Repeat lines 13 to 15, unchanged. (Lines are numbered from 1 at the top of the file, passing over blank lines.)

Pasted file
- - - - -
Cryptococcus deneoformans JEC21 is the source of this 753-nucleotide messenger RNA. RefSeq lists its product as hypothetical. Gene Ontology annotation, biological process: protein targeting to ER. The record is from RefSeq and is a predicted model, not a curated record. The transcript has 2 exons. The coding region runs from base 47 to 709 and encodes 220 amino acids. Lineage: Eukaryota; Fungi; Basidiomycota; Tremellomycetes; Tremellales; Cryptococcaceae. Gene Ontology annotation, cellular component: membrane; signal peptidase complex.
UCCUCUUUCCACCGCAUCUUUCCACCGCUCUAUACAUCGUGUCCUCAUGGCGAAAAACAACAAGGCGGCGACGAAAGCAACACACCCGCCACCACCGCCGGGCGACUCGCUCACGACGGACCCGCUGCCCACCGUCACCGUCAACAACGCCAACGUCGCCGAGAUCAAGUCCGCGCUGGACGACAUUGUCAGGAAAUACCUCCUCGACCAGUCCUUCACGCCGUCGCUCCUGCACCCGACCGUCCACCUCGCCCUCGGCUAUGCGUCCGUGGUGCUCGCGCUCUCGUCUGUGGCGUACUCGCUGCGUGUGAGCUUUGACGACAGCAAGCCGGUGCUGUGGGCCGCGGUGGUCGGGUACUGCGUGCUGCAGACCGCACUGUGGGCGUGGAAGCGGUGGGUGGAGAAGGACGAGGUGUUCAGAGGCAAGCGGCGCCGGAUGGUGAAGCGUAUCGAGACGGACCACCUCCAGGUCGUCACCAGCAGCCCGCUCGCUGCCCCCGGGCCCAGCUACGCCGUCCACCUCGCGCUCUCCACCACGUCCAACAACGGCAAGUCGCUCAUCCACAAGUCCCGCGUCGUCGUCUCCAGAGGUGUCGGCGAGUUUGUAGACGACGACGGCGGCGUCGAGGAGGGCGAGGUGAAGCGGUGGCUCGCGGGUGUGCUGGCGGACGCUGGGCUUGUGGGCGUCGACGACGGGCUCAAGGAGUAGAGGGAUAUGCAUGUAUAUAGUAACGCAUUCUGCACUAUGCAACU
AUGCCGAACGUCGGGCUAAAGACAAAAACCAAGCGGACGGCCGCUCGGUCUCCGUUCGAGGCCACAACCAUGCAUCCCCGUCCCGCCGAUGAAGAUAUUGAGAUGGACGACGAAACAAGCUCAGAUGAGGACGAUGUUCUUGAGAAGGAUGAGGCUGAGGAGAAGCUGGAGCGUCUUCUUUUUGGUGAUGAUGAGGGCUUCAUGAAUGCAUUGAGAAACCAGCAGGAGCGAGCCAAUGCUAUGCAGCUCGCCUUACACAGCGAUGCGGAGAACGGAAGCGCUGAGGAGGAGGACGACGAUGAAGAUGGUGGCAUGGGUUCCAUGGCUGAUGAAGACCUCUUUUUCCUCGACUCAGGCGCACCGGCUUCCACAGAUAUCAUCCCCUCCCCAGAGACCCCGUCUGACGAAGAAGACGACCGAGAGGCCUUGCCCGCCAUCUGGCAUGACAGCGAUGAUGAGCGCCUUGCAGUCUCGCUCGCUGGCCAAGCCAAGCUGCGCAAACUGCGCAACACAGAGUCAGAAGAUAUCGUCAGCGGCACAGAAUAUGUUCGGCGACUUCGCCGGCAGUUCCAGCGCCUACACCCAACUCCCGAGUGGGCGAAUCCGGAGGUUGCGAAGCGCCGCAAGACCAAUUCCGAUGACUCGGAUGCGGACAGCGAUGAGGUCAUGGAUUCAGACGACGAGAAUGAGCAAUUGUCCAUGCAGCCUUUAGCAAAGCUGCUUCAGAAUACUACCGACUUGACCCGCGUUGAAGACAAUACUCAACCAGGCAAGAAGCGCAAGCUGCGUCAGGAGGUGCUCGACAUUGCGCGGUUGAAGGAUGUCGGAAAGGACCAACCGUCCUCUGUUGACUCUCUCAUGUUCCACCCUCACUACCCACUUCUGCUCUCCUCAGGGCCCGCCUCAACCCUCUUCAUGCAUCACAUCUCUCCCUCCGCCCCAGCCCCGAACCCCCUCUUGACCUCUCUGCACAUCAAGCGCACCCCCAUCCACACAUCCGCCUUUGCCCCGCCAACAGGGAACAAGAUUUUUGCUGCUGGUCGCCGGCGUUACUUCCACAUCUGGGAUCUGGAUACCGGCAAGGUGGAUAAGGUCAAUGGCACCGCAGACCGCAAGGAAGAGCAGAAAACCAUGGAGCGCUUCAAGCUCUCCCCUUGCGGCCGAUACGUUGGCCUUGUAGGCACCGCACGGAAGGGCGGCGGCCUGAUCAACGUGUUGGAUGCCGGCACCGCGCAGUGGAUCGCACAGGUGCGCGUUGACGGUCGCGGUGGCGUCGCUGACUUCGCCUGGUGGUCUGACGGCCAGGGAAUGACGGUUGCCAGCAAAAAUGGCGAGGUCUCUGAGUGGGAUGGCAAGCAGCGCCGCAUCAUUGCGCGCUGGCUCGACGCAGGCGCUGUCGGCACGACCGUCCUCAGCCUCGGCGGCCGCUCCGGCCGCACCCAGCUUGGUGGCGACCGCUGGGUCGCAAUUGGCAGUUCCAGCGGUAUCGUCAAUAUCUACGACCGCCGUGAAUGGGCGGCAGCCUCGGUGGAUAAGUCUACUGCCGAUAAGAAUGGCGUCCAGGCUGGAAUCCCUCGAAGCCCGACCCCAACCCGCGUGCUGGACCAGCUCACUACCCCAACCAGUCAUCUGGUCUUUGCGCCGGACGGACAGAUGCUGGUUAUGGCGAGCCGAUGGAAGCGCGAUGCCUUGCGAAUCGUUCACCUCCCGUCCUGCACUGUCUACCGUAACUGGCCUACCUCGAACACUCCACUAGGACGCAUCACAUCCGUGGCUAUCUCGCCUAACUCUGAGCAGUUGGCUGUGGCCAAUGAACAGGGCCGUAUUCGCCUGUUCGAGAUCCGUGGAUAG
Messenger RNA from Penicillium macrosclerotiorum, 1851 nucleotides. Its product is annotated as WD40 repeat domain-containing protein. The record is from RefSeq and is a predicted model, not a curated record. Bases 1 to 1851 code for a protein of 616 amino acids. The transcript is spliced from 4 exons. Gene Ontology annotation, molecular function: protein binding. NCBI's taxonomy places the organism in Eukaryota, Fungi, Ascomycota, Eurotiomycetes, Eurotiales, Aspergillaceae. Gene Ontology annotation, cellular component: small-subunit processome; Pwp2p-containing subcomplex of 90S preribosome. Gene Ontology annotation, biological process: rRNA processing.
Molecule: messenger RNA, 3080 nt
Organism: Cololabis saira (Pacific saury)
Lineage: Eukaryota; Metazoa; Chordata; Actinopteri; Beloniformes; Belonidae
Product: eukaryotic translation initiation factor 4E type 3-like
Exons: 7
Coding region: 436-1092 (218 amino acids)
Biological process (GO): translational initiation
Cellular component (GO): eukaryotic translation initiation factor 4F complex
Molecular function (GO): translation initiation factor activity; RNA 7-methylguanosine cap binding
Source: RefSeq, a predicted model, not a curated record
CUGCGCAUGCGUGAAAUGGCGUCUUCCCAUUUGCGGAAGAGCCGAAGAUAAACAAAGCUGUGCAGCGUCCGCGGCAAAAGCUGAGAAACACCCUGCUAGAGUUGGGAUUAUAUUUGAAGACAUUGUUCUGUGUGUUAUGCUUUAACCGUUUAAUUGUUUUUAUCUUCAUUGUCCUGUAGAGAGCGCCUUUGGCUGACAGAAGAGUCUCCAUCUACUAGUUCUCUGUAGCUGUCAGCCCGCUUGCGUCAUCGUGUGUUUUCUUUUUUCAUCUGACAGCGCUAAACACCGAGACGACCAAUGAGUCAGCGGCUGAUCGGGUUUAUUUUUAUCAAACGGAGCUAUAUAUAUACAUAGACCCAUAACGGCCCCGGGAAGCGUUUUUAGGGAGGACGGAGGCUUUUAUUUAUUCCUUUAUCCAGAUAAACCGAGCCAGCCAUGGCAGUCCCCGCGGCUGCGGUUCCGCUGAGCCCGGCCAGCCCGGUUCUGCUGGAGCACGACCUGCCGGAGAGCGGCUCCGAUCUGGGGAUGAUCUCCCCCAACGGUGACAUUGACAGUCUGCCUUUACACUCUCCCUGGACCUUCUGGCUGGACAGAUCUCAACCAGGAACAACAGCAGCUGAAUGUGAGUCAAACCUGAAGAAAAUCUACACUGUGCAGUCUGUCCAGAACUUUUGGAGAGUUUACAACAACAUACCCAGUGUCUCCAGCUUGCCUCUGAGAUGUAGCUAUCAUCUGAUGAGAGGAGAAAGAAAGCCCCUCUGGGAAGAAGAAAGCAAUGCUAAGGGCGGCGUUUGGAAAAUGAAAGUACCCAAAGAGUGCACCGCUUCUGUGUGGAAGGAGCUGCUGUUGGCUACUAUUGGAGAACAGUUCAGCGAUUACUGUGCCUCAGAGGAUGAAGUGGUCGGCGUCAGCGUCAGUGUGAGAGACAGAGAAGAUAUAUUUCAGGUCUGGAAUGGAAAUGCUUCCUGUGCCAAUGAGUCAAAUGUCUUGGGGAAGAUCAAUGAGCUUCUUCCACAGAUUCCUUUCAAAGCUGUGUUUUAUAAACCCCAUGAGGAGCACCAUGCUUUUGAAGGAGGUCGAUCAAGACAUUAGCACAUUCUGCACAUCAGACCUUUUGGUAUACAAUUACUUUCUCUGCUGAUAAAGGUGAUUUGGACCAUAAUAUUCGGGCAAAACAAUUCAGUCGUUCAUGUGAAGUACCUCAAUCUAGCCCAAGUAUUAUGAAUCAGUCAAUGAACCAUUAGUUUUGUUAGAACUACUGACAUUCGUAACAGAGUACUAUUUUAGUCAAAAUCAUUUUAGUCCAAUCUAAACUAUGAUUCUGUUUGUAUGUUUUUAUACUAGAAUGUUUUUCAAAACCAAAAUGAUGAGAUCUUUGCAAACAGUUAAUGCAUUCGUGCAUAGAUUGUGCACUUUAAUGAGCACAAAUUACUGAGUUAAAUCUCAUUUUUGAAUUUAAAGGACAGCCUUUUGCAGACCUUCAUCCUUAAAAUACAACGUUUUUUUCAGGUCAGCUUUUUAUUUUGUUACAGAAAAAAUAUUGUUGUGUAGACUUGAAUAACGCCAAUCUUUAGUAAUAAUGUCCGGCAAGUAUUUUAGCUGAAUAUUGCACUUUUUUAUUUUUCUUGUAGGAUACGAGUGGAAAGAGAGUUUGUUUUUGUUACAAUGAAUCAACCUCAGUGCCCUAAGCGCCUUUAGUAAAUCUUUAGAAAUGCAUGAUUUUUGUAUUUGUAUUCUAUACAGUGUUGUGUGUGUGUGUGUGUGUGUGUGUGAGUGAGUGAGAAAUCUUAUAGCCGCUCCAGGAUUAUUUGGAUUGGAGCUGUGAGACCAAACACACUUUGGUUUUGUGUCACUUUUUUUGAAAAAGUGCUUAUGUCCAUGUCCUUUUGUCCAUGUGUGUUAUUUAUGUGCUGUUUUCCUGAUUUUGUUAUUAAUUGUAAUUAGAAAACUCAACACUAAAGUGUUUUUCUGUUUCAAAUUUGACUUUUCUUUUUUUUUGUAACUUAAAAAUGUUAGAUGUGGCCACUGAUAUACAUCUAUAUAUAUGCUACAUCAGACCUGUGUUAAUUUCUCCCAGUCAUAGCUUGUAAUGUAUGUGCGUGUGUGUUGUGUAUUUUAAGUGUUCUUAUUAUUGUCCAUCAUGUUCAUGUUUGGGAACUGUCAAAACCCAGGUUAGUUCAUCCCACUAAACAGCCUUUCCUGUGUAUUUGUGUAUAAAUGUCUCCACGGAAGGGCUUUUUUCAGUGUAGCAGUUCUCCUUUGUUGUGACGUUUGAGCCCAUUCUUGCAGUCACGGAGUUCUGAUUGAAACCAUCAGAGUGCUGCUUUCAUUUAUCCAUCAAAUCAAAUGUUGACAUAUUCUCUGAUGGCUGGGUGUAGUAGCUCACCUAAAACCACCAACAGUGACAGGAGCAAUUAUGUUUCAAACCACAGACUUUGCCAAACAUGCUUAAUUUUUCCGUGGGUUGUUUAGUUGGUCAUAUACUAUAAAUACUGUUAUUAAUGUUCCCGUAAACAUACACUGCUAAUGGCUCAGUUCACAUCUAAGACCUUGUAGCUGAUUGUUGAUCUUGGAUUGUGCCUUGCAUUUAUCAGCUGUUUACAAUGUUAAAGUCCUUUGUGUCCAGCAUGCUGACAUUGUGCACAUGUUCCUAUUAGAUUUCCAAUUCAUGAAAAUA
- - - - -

Molecular function (GO): translation initiation factor activity; RNA 7-methylguanosine cap binding
Source: RefSeq, a predicted model, not a curated record
CUGCGCAUGCGUGAAAUGGCGUCUUCCCAUUUGCGGAAGAGCCGAAGAUAAACAAAGCUGUGCAGCGUCCGCGGCAAAAGCUGAGAAACACCCUGCUAGAGUUGGGAUUAUAUUUGAAGACAUUGUUCUGUGUGUUAUGCUUUAACCGUUUAAUUGUUUUUAUCUUCAUUGUCCUGUAGAGAGCGCCUUUGGCUGACAGAAGAGUCUCCAUCUACUAGUUCUCUGUAGCUGUCAGCCCGCUUGCGUCAUCGUGUGUUUUCUUUUUUCAUCUGACAGCGCUAAACACCGAGACGACCAAUGAGUCAGCGGCUGAUCGGGUUUAUUUUUAUCAAACGGAGCUAUAUAUAUACAUAGACCCAUAACGGCCCCGGGAAGCGUUUUUAGGGAGGACGGAGGCUUUUAUUUAUUCCUUUAUCCAGAUAAACCGAGCCAGCCAUGGCAGUCCCCGCGGCUGCGGUUCCGCUGAGCCCGGCCAGCCCGGUUCUGCUGGAGCACGACCUGCCGGAGAGCGGCUCCGAUCUGGGGAUGAUCUCCCCCAACGGUGACAUUGACAGUCUGCCUUUACACUCUCCCUGGACCUUCUGGCUGGACAGAUCUCAACCAGGAACAACAGCAGCUGAAUGUGAGUCAAACCUGAAGAAAAUCUACACUGUGCAGUCUGUCCAGAACUUUUGGAGAGUUUACAACAACAUACCCAGUGUCUCCAGCUUGCCUCUGAGAUGUAGCUAUCAUCUGAUGAGAGGAGAAAGAAAGCCCCUCUGGGAAGAAGAAAGCAAUGCUAAGGGCGGCGUUUGGAAAAUGAAAGUACCCAAAGAGUGCACCGCUUCUGUGUGGAAGGAGCUGCUGUUGGCUACUAUUGGAGAACAGUUCAGCGAUUACUGUGCCUCAGAGGAUGAAGUGGUCGGCGUCAGCGUCAGUGUGAGAGACAGAGAAGAUAUAUUUCAGGUCUGGAAUGGAAAUGCUUCCUGUGCCAAUGAGUCAAAUGUCUUGGGGAAGAUCAAUGAGCUUCUUCCACAGAUUCCUUUCAAAGCUGUGUUUUAUAAACCCCAUGAGGAGCACCAUGCUUUUGAAGGAGGUCGAUCAAGACAUUAGCACAUUCUGCACAUCAGACCUUUUGGUAUACAAUUACUUUCUCUGCUGAUAAAGGUGAUUUGGACCAUAAUAUUCGGGCAAAACAAUUCAGUCGUUCAUGUGAAGUACCUCAAUCUAGCCCAAGUAUUAUGAAUCAGUCAAUGAACCAUUAGUUUUGUUAGAACUACUGACAUUCGUAACAGAGUACUAUUUUAGUCAAAAUCAUUUUAGUCCAAUCUAAACUAUGAUUCUGUUUGUAUGUUUUUAUACUAGAAUGUUUUUCAAAACCAAAAUGAUGAGAUCUUUGCAAACAGUUAAUGCAUUCGUGCAUAGAUUGUGCACUUUAAUGAGCACAAAUUACUGAGUUAAAUCUCAUUUUUGAAUUUAAAGGACAGCCUUUUGCAGACCUUCAUCCUUAAAAUACAACGUUUUUUUCAGGUCAGCUUUUUAUUUUGUUACAGAAAAAAUAUUGUUGUGUAGACUUGAAUAACGCCAAUCUUUAGUAAUAAUGUCCGGCAAGUAUUUUAGCUGAAUAUUGCACUUUUUUAUUUUUCUUGUAGGAUACGAGUGGAAAGAGAGUUUGUUUUUGUUACAAUGAAUCAACCUCAGUGCCCUAAGCGCCUUUAGUAAAUCUUUAGAAAUGCAUGAUUUUUGUAUUUGUAUUCUAUACAGUGUUGUGUGUGUGUGUGUGUGUGUGUGUGAGUGAGUGAGAAAUCUUAUAGCCGCUCCAGGAUUAUUUGGAUUGGAGCUGUGAGACCAAACACACUUUGGUUUUGUGUCACUUUUUUUGAAAAAGUGCUUAUGUCCAUGUCCUUUUGUCCAUGUGUGUUAUUUAUGUGCUGUUUUCCUGAUUUUGUUAUUAAUUGUAAUUAGAAAACUCAACACUAAAGUGUUUUUCUGUUUCAAAUUUGACUUUUCUUUUUUUUUGUAACUUAAAAAUGUUAGAUGUGGCCACUGAUAUACAUCUAUAUAUAUGCUACAUCAGACCUGUGUUAAUUUCUCCCAGUCAUAGCUUGUAAUGUAUGUGCGUGUGUGUUGUGUAUUUUAAGUGUUCUUAUUAUUGUCCAUCAUGUUCAUGUUUGGGAACUGUCAAAACCCAGGUUAGUUCAUCCCACUAAACAGCCUUUCCUGUGUAUUUGUGUAUAAAUGUCUCCACGGAAGGGCUUUUUUCAGUGUAGCAGUUCUCCUUUGUUGUGACGUUUGAGCCCAUUCUUGCAGUCACGGAGUUCUGAUUGAAACCAUCAGAGUGCUGCUUUCAUUUAUCCAUCAAAUCAAAUGUUGACAUAUUCUCUGAUGGCUGGGUGUAGUAGCUCACCUAAAACCACCAACAGUGACAGGAGCAAUUAUGUUUCAAACCACAGACUUUGCCAAACAUGCUUAAUUUUUCCGUGGGUUGUUUAGUUGGUCAUAUACUAUAAAUACUGUUAUUAAUGUUCCCGUAAACAUACACUGCUAAUGGCUCAGUUCACAUCUAAGACCUUGUAGCUGAUUGUUGAUCUUGGAUUGUGCCUUGCAUUUAUCAGCUGUUUACAAUGUUAAAGUCCUUUGUGUCCAGCAUGCUGACAUUGUGCACAUGUUCCUAUUAGAUUUCCAAUUCAUGAAAAUA